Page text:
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The strong CP puzzle is the observation that in the standard model nothing forbids that strong interactions violate CP symmetry but so far such a CP violation by strong interactions was never observed.
The puzzle is regarded as a deep and interesting since upon closer inspection there are possibly two sources how strong interactions could violate CP symmetry. These two sources come from completely different sectors and thus it's somewhat a mircale that they cancel exactly.
One possible source comes from the nontrivial structure of the ground state of the theory of strong interactions (QCD).
The other possible source comes from the chiral anomaly. Thus contribution to the total CP violation of strong interactions depends on the couplings of the quark fields to the Higgs field. The Higgs sector and the ground state of the theory of strong interactions are, in the standard model, completely different parts of the theory and there is no connection between them besides that they both are possible sources for CP violation in strong interactions.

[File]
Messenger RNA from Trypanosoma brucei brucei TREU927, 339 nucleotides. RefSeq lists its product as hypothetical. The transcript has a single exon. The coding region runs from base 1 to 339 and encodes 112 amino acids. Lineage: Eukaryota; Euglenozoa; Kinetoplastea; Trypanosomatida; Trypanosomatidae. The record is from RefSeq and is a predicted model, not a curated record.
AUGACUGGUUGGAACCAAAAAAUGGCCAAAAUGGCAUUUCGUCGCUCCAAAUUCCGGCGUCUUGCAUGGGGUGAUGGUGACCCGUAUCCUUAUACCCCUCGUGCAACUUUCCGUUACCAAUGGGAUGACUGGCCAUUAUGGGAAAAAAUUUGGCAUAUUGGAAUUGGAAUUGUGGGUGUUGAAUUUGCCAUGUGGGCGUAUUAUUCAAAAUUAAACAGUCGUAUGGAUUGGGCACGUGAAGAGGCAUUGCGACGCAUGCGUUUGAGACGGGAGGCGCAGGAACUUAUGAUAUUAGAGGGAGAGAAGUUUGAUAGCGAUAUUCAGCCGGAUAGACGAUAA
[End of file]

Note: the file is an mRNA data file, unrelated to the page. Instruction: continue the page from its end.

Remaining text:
Nothing forbids that we add a new term to the Lagrangian
$$\mathcal{L}_{QCD} = \ldots + \theta \frac{g^2}{32 \pi^2} G_{\mu \nu}^a \tilde{G}^{a, \mu \nu}, $$
$$\bar\theta=\theta_{\rm QCD}-\theta_{\rm F}<10^{-10} ,$$
where
Take note that $$ \tilde{F}^{\mu\nu} F_{\mu\nu} \propto \vec E \cdot \vec B \propto \partial_t \vec A\cdot \vec B $$
For a gentle introduction see the series "Demystifying the QCD vacuum":
Since one can show that no physical operator can connect states with different values of 6), it follows that $\theta$ labels completely disjoint sectors of the theory. In particular, a complete physical theory may be built on each $\theta$ vacuum (Callan, Dashen, and Gross, 1976; Jackiw and Rebbi, 1976). It will be shown below that different $\theta$ worlds have different physical properties. Therefore, in order to calculate the expectation values of observables in a pure state, not in a mixture, one must project onto a single $\theta$ sector.QCD and instantons at finite temperature by David J. Gross et. al.